Thursday, April 11, 2013

Tanzanian Wins University of Cambridge Prize

Baruani Mshale, a doctoral student, has once again done us proud. He has won the second prize for the best talk at the University of Cambridge Student Conference on Conservation Science (see http://www.sccs-cam.org/previous/prizewinners.htm). We wish him the very best as he finalize his studies.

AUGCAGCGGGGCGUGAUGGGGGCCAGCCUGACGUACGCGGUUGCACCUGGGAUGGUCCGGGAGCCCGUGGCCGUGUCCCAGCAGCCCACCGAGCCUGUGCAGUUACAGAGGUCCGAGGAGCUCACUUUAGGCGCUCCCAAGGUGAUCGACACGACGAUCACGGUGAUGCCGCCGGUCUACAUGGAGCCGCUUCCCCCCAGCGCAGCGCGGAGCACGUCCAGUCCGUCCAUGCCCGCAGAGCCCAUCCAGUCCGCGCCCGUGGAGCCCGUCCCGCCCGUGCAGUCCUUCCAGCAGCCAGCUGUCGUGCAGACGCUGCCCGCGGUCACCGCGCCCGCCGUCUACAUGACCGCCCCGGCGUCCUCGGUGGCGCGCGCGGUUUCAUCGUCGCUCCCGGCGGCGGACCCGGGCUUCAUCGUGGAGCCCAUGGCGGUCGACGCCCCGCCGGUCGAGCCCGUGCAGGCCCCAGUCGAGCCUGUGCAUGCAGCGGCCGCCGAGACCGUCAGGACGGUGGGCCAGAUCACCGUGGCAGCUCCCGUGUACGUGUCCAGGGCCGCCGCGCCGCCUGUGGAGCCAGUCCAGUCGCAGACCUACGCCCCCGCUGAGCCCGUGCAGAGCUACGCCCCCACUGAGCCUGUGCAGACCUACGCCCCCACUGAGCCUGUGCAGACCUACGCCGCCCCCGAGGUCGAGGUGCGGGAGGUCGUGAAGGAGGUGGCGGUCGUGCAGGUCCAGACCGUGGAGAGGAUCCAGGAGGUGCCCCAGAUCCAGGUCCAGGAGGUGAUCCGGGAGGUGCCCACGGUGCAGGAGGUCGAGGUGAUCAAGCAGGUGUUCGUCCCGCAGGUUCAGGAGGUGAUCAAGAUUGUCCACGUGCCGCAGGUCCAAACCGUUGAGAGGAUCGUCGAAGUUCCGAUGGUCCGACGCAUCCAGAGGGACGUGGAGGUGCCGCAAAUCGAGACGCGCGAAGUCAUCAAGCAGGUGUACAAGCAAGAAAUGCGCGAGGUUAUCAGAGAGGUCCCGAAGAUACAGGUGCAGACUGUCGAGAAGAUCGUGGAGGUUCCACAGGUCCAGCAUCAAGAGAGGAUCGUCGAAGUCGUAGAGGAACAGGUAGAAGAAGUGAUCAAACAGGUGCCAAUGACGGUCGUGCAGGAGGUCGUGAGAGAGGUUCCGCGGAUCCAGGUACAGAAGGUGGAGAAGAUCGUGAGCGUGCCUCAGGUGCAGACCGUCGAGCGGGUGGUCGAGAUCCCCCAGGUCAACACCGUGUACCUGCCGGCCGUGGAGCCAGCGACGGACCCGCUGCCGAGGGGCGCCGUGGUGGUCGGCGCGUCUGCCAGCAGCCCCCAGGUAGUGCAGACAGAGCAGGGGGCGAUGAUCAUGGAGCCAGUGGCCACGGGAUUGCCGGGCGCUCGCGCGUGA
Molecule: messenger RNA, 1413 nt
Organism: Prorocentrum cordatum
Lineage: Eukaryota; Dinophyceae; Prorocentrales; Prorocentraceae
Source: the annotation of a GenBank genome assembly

"My research talk used empirical evidence from extensive ethnographic field work conducted in Kilwa and Lindi districts during 2009-2012 to argue that, reconciling between multiple competing forest values using the REDD+ approach remains elusive for four broad reasons. First the amounts and modalities of delivering carbon payments are inadequate in making avoided deforestation a competitive land use to traditional land uses of shifting cultivation and wood extraction (logging, charcoal and poles). Second local people recall harsh exclusionary conservation approaches during colonialism and independent socialist Tanzania to remain skeptical and argue that REDD+ is just another way of coopting locals in achieving government conservation goals. Third local people fear loosing their land rights if they accept REDD+ perceiving that REDD+ may result into "land-grabs". Fourth, while these contestations are not new, what is novel in my work is a conclusion that uncritical and careless adoption of western style deliberative democracy with its simplistic assumptions on equal information, powers and participation in consensus building is failing to serve as effective mechanism for claim making by local people. Instead local people have adopted varieties of passive as well as active resistance to claim their belongings to these forested landscapes. Borrowing from Marxist theory, I caution that, these resistance should not be intepreted as part of an emerging anti-REDD+ movement around the world, instead, they should be intepreted as alternative mechanisms for re-aligning REDD+ to safeguard local people's livelihood interests. The implications of my work to conservation and development initiatives is that such interventions should pay sufficient attention to the histories and politics of land contestations in Africa. REDD+ has the potential to reconcile between the multiple competing forest values given the low human populations in Lindi and large village areas such that participatory land use planning has the potential to allocate sufficient lands for the multiple uses. However, we need to pay attention to the increasing effects of external forces such as demands for land for large-scale agricultural investments and increasing timber demand internationally and how these forces interact with local level processes. As conservationists we need to abandon our simple ahistorical and apolitical assumptions about the importance of power devolution and benefit sharing. There is plenty of evidence that such simple assumptions are not working. We need to be more innovative, critical and persevere" - Baruani Mshale


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